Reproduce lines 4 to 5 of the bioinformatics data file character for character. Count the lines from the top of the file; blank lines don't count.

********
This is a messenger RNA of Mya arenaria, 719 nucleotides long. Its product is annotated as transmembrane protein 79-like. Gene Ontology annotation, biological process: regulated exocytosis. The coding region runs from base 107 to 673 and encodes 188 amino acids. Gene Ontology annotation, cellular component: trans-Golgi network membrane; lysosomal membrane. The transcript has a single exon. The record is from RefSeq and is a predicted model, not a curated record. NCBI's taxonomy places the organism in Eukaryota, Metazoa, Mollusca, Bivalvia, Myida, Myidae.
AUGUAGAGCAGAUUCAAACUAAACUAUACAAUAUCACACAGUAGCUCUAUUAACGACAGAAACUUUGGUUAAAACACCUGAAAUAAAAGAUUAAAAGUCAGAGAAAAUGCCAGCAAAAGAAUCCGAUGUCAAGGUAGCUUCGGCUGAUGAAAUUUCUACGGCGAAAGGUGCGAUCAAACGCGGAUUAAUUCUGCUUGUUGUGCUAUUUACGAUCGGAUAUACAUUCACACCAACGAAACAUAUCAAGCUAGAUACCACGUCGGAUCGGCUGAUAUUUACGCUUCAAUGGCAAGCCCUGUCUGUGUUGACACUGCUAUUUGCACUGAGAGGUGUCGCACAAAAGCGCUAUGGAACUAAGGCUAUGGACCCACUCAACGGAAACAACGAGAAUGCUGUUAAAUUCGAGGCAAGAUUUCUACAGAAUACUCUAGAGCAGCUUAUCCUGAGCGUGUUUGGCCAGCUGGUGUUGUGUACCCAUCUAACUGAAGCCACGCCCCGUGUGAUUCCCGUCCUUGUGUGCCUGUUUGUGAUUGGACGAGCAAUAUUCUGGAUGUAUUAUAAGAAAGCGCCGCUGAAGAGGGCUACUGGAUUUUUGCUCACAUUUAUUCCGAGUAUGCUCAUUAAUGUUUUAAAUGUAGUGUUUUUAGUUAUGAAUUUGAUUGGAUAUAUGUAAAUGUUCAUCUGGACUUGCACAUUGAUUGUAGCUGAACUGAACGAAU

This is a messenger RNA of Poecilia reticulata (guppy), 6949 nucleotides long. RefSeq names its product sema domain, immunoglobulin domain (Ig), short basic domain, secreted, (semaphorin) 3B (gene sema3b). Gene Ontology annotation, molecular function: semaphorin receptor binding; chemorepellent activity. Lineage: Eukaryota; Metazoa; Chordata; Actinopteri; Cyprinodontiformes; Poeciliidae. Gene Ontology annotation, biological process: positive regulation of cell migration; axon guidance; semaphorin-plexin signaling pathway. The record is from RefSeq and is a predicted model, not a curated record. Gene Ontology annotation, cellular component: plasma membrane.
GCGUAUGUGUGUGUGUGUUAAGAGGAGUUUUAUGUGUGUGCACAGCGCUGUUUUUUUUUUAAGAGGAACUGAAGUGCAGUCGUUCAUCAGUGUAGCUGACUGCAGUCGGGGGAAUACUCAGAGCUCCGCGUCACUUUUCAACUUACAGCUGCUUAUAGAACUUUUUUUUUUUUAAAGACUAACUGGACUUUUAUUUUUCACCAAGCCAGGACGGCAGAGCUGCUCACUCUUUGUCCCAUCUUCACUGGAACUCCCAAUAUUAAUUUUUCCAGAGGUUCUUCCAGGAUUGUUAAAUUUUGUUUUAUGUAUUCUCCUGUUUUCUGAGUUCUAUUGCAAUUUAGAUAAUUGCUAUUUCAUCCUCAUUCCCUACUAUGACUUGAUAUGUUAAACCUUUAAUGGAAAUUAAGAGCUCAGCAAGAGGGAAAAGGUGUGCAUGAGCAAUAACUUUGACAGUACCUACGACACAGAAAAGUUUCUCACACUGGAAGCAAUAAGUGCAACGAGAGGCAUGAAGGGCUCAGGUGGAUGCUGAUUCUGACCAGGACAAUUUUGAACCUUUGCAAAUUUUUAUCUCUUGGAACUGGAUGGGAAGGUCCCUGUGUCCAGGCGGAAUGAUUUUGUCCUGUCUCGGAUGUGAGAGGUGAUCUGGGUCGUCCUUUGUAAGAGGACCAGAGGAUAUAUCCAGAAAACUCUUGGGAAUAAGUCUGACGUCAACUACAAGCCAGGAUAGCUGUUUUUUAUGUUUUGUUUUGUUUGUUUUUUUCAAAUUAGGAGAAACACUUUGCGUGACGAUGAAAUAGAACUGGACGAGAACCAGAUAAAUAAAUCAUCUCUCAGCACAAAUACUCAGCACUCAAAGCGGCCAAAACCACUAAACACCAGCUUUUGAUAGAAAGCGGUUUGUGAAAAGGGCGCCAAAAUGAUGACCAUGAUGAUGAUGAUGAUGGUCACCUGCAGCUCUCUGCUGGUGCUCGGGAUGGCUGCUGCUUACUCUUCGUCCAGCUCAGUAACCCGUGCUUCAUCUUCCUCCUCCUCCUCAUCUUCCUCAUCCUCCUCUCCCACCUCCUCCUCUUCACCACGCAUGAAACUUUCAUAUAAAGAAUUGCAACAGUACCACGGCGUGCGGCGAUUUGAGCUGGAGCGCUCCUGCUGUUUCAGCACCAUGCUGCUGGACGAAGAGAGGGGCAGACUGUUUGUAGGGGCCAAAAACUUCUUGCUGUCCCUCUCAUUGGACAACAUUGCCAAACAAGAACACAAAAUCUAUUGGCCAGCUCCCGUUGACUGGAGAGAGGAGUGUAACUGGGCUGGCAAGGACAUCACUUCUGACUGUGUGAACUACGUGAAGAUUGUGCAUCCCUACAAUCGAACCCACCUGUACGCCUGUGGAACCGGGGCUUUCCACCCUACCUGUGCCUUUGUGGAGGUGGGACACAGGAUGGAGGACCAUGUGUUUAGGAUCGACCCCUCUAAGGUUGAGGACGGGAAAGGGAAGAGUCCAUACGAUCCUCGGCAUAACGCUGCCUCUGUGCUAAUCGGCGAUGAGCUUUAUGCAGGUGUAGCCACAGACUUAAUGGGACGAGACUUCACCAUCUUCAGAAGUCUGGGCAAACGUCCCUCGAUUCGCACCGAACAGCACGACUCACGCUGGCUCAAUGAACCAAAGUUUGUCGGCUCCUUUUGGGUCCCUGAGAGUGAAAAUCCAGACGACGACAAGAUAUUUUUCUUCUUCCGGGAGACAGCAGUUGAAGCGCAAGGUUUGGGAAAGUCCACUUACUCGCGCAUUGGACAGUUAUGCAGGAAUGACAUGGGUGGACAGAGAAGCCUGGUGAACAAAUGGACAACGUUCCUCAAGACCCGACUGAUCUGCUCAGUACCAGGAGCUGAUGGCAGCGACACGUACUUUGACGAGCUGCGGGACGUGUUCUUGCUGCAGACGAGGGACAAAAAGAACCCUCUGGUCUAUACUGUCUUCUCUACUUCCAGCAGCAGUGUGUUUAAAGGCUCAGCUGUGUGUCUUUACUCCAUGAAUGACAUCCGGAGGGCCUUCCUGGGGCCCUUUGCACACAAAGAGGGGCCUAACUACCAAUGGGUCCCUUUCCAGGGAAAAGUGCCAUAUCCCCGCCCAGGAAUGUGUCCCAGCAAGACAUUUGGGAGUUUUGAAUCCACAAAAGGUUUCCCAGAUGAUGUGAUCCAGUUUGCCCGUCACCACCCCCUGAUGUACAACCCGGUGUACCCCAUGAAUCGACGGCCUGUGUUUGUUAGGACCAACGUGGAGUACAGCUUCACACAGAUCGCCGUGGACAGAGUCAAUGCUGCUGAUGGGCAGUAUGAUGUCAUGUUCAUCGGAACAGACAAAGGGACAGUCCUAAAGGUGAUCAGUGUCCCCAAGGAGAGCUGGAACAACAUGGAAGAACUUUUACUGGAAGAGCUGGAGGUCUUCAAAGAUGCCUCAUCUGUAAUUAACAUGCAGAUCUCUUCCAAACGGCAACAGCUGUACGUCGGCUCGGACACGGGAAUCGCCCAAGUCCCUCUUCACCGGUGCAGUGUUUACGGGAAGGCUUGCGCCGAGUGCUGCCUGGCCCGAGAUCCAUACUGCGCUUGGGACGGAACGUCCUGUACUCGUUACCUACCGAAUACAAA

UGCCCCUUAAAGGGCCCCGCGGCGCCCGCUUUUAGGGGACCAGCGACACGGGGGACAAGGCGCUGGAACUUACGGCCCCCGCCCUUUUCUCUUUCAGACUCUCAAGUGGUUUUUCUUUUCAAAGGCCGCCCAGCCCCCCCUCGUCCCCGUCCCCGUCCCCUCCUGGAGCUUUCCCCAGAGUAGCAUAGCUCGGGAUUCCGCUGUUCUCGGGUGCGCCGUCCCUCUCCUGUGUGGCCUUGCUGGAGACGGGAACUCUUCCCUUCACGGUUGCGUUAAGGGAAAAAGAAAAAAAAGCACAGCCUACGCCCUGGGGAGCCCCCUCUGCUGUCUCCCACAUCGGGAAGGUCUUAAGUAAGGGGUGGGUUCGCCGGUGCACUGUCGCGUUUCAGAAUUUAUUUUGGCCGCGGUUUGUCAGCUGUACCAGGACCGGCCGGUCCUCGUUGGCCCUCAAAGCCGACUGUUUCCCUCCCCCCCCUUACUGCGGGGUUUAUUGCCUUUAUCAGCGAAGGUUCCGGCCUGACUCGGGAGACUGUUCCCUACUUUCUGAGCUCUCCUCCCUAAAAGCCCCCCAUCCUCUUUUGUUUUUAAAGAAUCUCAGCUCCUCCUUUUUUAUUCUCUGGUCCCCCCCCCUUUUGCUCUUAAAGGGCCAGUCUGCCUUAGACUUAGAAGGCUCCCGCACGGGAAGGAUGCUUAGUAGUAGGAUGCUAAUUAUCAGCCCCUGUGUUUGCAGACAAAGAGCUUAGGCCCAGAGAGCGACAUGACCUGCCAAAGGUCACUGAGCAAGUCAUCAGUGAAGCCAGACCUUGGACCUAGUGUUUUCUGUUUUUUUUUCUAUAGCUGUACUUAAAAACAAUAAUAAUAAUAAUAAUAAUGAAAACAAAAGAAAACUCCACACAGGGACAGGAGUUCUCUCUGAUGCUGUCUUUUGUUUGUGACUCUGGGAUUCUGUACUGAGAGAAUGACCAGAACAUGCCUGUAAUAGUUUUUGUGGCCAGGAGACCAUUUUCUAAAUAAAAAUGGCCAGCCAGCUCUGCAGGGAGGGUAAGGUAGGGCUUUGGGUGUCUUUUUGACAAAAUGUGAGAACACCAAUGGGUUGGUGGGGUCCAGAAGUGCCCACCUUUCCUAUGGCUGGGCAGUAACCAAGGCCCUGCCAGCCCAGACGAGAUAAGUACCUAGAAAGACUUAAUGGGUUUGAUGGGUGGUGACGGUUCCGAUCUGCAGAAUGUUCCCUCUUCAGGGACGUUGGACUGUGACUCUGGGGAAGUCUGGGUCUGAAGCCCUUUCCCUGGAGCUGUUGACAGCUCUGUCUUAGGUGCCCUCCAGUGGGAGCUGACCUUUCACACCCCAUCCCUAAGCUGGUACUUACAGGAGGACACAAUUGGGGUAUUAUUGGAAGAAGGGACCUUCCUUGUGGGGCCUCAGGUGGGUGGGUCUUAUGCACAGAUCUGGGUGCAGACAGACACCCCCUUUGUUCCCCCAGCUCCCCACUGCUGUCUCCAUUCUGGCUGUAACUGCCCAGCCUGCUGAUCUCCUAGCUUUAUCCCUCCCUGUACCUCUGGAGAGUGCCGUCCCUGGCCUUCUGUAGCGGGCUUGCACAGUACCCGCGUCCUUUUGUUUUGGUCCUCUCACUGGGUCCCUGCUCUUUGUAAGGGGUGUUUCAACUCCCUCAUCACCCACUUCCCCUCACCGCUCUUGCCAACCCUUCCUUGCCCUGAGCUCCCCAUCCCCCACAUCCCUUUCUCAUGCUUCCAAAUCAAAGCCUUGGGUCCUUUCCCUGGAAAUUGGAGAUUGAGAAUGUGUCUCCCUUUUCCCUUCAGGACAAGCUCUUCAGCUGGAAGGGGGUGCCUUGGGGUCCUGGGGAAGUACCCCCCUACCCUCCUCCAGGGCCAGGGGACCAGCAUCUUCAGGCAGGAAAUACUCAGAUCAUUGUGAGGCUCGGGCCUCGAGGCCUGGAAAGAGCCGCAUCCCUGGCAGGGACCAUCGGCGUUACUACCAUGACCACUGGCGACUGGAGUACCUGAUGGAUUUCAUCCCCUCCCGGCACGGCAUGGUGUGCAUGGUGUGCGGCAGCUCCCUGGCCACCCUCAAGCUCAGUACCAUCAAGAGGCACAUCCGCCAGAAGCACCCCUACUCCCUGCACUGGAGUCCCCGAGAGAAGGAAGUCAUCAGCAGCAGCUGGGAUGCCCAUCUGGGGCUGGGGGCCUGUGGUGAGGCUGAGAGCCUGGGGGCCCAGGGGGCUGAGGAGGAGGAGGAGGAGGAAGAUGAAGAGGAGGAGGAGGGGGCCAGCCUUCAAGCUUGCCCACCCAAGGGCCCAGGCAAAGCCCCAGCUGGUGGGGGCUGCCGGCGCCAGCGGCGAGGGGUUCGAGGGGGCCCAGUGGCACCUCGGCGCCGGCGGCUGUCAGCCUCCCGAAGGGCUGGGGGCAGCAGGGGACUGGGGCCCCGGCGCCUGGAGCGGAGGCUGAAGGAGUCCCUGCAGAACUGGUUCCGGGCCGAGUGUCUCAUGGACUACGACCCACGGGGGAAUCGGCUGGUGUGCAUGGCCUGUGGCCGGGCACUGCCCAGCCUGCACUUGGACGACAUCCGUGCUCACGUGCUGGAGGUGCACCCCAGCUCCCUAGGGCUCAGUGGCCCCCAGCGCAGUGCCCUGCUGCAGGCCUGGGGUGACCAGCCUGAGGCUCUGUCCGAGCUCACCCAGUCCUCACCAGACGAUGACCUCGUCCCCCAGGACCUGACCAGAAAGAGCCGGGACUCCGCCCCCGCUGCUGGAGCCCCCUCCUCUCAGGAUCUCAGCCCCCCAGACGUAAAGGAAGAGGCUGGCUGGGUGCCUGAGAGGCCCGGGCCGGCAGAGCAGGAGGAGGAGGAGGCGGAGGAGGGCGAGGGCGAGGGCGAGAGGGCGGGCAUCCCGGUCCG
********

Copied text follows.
GCGUAUGUGUGUGUGUGUUAAGAGGAGUUUUAUGUGUGUGCACAGCGCUGUUUUUUUUUUAAGAGGAACUGAAGUGCAGUCGUUCAUCAGUGUAGCUGACUGCAGUCGGGGGAAUACUCAGAGCUCCGCGUCACUUUUCAACUUACAGCUGCUUAUAGAACUUUUUUUUUUUUAAAGACUAACUGGACUUUUAUUUUUCACCAAGCCAGGACGGCAGAGCUGCUCACUCUUUGUCCCAUCUUCACUGGAACUCCCAAUAUUAAUUUUUCCAGAGGUUCUUCCAGGAUUGUUAAAUUUUGUUUUAUGUAUUCUCCUGUUUUCUGAGUUCUAUUGCAAUUUAGAUAAUUGCUAUUUCAUCCUCAUUCCCUACUAUGACUUGAUAUGUUAAACCUUUAAUGGAAAUUAAGAGCUCAGCAAGAGGGAAAAGGUGUGCAUGAGCAAUAACUUUGACAGUACCUACGACACAGAAAAGUUUCUCACACUGGAAGCAAUAAGUGCAACGAGAGGCAUGAAGGGCUCAGGUGGAUGCUGAUUCUGACCAGGACAAUUUUGAACCUUUGCAAAUUUUUAUCUCUUGGAACUGGAUGGGAAGGUCCCUGUGUCCAGGCGGAAUGAUUUUGUCCUGUCUCGGAUGUGAGAGGUGAUCUGGGUCGUCCUUUGUAAGAGGACCAGAGGAUAUAUCCAGAAAACUCUUGGGAAUAAGUCUGACGUCAACUACAAGCCAGGAUAGCUGUUUUUUAUGUUUUGUUUUGUUUGUUUUUUUCAAAUUAGGAGAAACACUUUGCGUGACGAUGAAAUAGAACUGGACGAGAACCAGAUAAAUAAAUCAUCUCUCAGCACAAAUACUCAGCACUCAAAGCGGCCAAAACCACUAAACACCAGCUUUUGAUAGAAAGCGGUUUGUGAAAAGGGCGCCAAAAUGAUGACCAUGAUGAUGAUGAUGAUGGUCACCUGCAGCUCUCUGCUGGUGCUCGGGAUGGCUGCUGCUUACUCUUCGUCCAGCUCAGUAACCCGUGCUUCAUCUUCCUCCUCCUCCUCAUCUUCCUCAUCCUCCUCUCCCACCUCCUCCUCUUCACCACGCAUGAAACUUUCAUAUAAAGAAUUGCAACAGUACCACGGCGUGCGGCGAUUUGAGCUGGAGCGCUCCUGCUGUUUCAGCACCAUGCUGCUGGACGAAGAGAGGGGCAGACUGUUUGUAGGGGCCAAAAACUUCUUGCUGUCCCUCUCAUUGGACAACAUUGCCAAACAAGAACACAAAAUCUAUUGGCCAGCUCCCGUUGACUGGAGAGAGGAGUGUAACUGGGCUGGCAAGGACAUCACUUCUGACUGUGUGAACUACGUGAAGAUUGUGCAUCCCUACAAUCGAACCCACCUGUACGCCUGUGGAACCGGGGCUUUCCACCCUACCUGUGCCUUUGUGGAGGUGGGACACAGGAUGGAGGACCAUGUGUUUAGGAUCGACCCCUCUAAGGUUGAGGACGGGAAAGGGAAGAGUCCAUACGAUCCUCGGCAUAACGCUGCCUCUGUGCUAAUCGGCGAUGAGCUUUAUGCAGGUGUAGCCACAGACUUAAUGGGACGAGACUUCACCAUCUUCAGAAGUCUGGGCAAACGUCCCUCGAUUCGCACCGAACAGCACGACUCACGCUGGCUCAAUGAACCAAAGUUUGUCGGCUCCUUUUGGGUCCCUGAGAGUGAAAAUCCAGACGACGACAAGAUAUUUUUCUUCUUCCGGGAGACAGCAGUUGAAGCGCAAGGUUUGGGAAAGUCCACUUACUCGCGCAUUGGACAGUUAUGCAGGAAUGACAUGGGUGGACAGAGAAGCCUGGUGAACAAAUGGACAACGUUCCUCAAGACCCGACUGAUCUGCUCAGUACCAGGAGCUGAUGGCAGCGACACGUACUUUGACGAGCUGCGGGACGUGUUCUUGCUGCAGACGAGGGACAAAAAGAACCCUCUGGUCUAUACUGUCUUCUCUACUUCCAGCAGCAGUGUGUUUAAAGGCUCAGCUGUGUGUCUUUACUCCAUGAAUGACAUCCGGAGGGCCUUCCUGGGGCCCUUUGCACACAAAGAGGGGCCUAACUACCAAUGGGUCCCUUUCCAGGGAAAAGUGCCAUAUCCCCGCCCAGGAAUGUGUCCCAGCAAGACAUUUGGGAGUUUUGAAUCCACAAAAGGUUUCCCAGAUGAUGUGAUCCAGUUUGCCCGUCACCACCCCCUGAUGUACAACCCGGUGUACCCCAUGAAUCGACGGCCUGUGUUUGUUAGGACCAACGUGGAGUACAGCUUCACACAGAUCGCCGUGGACAGAGUCAAUGCUGCUGAUGGGCAGUAUGAUGUCAUGUUCAUCGGAACAGACAAAGGGACAGUCCUAAAGGUGAUCAGUGUCCCCAAGGAGAGCUGGAACAACAUGGAAGAACUUUUACUGGAAGAGCUGGAGGUCUUCAAAGAUGCCUCAUCUGUAAUUAACAUGCAGAUCUCUUCCAAACGGCAACAGCUGUACGUCGGCUCGGACACGGGAAUCGCCCAAGUCCCUCUUCACCGGUGCAGUGUUUACGGGAAGGCUUGCGCCGAGUGCUGCCUGGCCCGAGAUCCAUACUGCGCUUGGGACGGAACGUCCUGUACUCGUUACCUACCGAAUACAAA

UGCCCCUUAAAGGGCCCCGCGGCGCCCGCUUUUAGGGGACCAGCGACACGGGGGACAAGGCGCUGGAACUUACGGCCCCCGCCCUUUUCUCUUUCAGACUCUCAAGUGGUUUUUCUUUUCAAAGGCCGCCCAGCCCCCCCUCGUCCCCGUCCCCGUCCCCUCCUGGAGCUUUCCCCAGAGUAGCAUAGCUCGGGAUUCCGCUGUUCUCGGGUGCGCCGUCCCUCUCCUGUGUGGCCUUGCUGGAGACGGGAACUCUUCCCUUCACGGUUGCGUUAAGGGAAAAAGAAAAAAAAGCACAGCCUACGCCCUGGGGAGCCCCCUCUGCUGUCUCCCACAUCGGGAAGGUCUUAAGUAAGGGGUGGGUUCGCCGGUGCACUGUCGCGUUUCAGAAUUUAUUUUGGCCGCGGUUUGUCAGCUGUACCAGGACCGGCCGGUCCUCGUUGGCCCUCAAAGCCGACUGUUUCCCUCCCCCCCCUUACUGCGGGGUUUAUUGCCUUUAUCAGCGAAGGUUCCGGCCUGACUCGGGAGACUGUUCCCUACUUUCUGAGCUCUCCUCCCUAAAAGCCCCCCAUCCUCUUUUGUUUUUAAAGAAUCUCAGCUCCUCCUUUUUUAUUCUCUGGUCCCCCCCCCUUUUGCUCUUAAAGGGCCAGUCUGCCUUAGACUUAGAAGGCUCCCGCACGGGAAGGAUGCUUAGUAGUAGGAUGCUAAUUAUCAGCCCCUGUGUUUGCAGACAAAGAGCUUAGGCCCAGAGAGCGACAUGACCUGCCAAAGGUCACUGAGCAAGUCAUCAGUGAAGCCAGACCUUGGACCUAGUGUUUUCUGUUUUUUUUUCUAUAGCUGUACUUAAAAACAAUAAUAAUAAUAAUAAUAAUGAAAACAAAAGAAAACUCCACACAGGGACAGGAGUUCUCUCUGAUGCUGUCUUUUGUUUGUGACUCUGGGAUUCUGUACUGAGAGAAUGACCAGAACAUGCCUGUAAUAGUUUUUGUGGCCAGGAGACCAUUUUCUAAAUAAAAAUGGCCAGCCAGCUCUGCAGGGAGGGUAAGGUAGGGCUUUGGGUGUCUUUUUGACAAAAUGUGAGAACACCAAUGGGUUGGUGGGGUCCAGAAGUGCCCACCUUUCCUAUGGCUGGGCAGUAACCAAGGCCCUGCCAGCCCAGACGAGAUAAGUACCUAGAAAGACUUAAUGGGUUUGAUGGGUGGUGACGGUUCCGAUCUGCAGAAUGUUCCCUCUUCAGGGACGUUGGACUGUGACUCUGGGGAAGUCUGGGUCUGAAGCCCUUUCCCUGGAGCUGUUGACAGCUCUGUCUUAGGUGCCCUCCAGUGGGAGCUGACCUUUCACACCCCAUCCCUAAGCUGGUACUUACAGGAGGACACAAUUGGGGUAUUAUUGGAAGAAGGGACCUUCCUUGUGGGGCCUCAGGUGGGUGGGUCUUAUGCACAGAUCUGGGUGCAGACAGACACCCCCUUUGUUCCCCCAGCUCCCCACUGCUGUCUCCAUUCUGGCUGUAACUGCCCAGCCUGCUGAUCUCCUAGCUUUAUCCCUCCCUGUACCUCUGGAGAGUGCCGUCCCUGGCCUUCUGUAGCGGGCUUGCACAGUACCCGCGUCCUUUUGUUUUGGUCCUCUCACUGGGUCCCUGCUCUUUGUAAGGGGUGUUUCAACUCCCUCAUCACCCACUUCCCCUCACCGCUCUUGCCAACCCUUCCUUGCCCUGAGCUCCCCAUCCCCCACAUCCCUUUCUCAUGCUUCCAAAUCAAAGCCUUGGGUCCUUUCCCUGGAAAUUGGAGAUUGAGAAUGUGUCUCCCUUUUCCCUUCAGGACAAGCUCUUCAGCUGGAAGGGGGUGCCUUGGGGUCCUGGGGAAGUACCCCCCUACCCUCCUCCAGGGCCAGGGGACCAGCAUCUUCAGGCAGGAAAUACUCAGAUCAUUGUGAGGCUCGGGCCUCGAGGCCUGGAAAGAGCCGCAUCCCUGGCAGGGACCAUCGGCGUUACUACCAUGACCACUGGCGACUGGAGUACCUGAUGGAUUUCAUCCCCUCCCGGCACGGCAUGGUGUGCAUGGUGUGCGGCAGCUCCCUGGCCACCCUCAAGCUCAGUACCAUCAAGAGGCACAUCCGCCAGAAGCACCCCUACUCCCUGCACUGGAGUCCCCGAGAGAAGGAAGUCAUCAGCAGCAGCUGGGAUGCCCAUCUGGGGCUGGGGGCCUGUGGUGAGGCUGAGAGCCUGGGGGCCCAGGGGGCUGAGGAGGAGGAGGAGGAGGAAGAUGAAGAGGAGGAGGAGGGGGCCAGCCUUCAAGCUUGCCCACCCAAGGGCCCAGGCAAAGCCCCAGCUGGUGGGGGCUGCCGGCGCCAGCGGCGAGGGGUUCGAGGGGGCCCAGUGGCACCUCGGCGCCGGCGGCUGUCAGCCUCCCGAAGGGCUGGGGGCAGCAGGGGACUGGGGCCCCGGCGCCUGGAGCGGAGGCUGAAGGAGUCCCUGCAGAACUGGUUCCGGGCCGAGUGUCUCAUGGACUACGACCCACGGGGGAAUCGGCUGGUGUGCAUGGCCUGUGGCCGGGCACUGCCCAGCCUGCACUUGGACGACAUCCGUGCUCACGUGCUGGAGGUGCACCCCAGCUCCCUAGGGCUCAGUGGCCCCCAGCGCAGUGCCCUGCUGCAGGCCUGGGGUGACCAGCCUGAGGCUCUGUCCGAGCUCACCCAGUCCUCACCAGACGAUGACCUCGUCCCCCAGGACCUGACCAGAAAGAGCCGGGACUCCGCCCCCGCUGCUGGAGCCCCCUCCUCUCAGGAUCUCAGCCCCCCAGACGUAAAGGAAGAGGCUGGCUGGGUGCCUGAGAGGCCCGGGCCGGCAGAGCAGGAGGAGGAGGAGGCGGAGGAGGGCGAGGGCGAGGGCGAGAGGGCGGGCAUCCCGGUCCG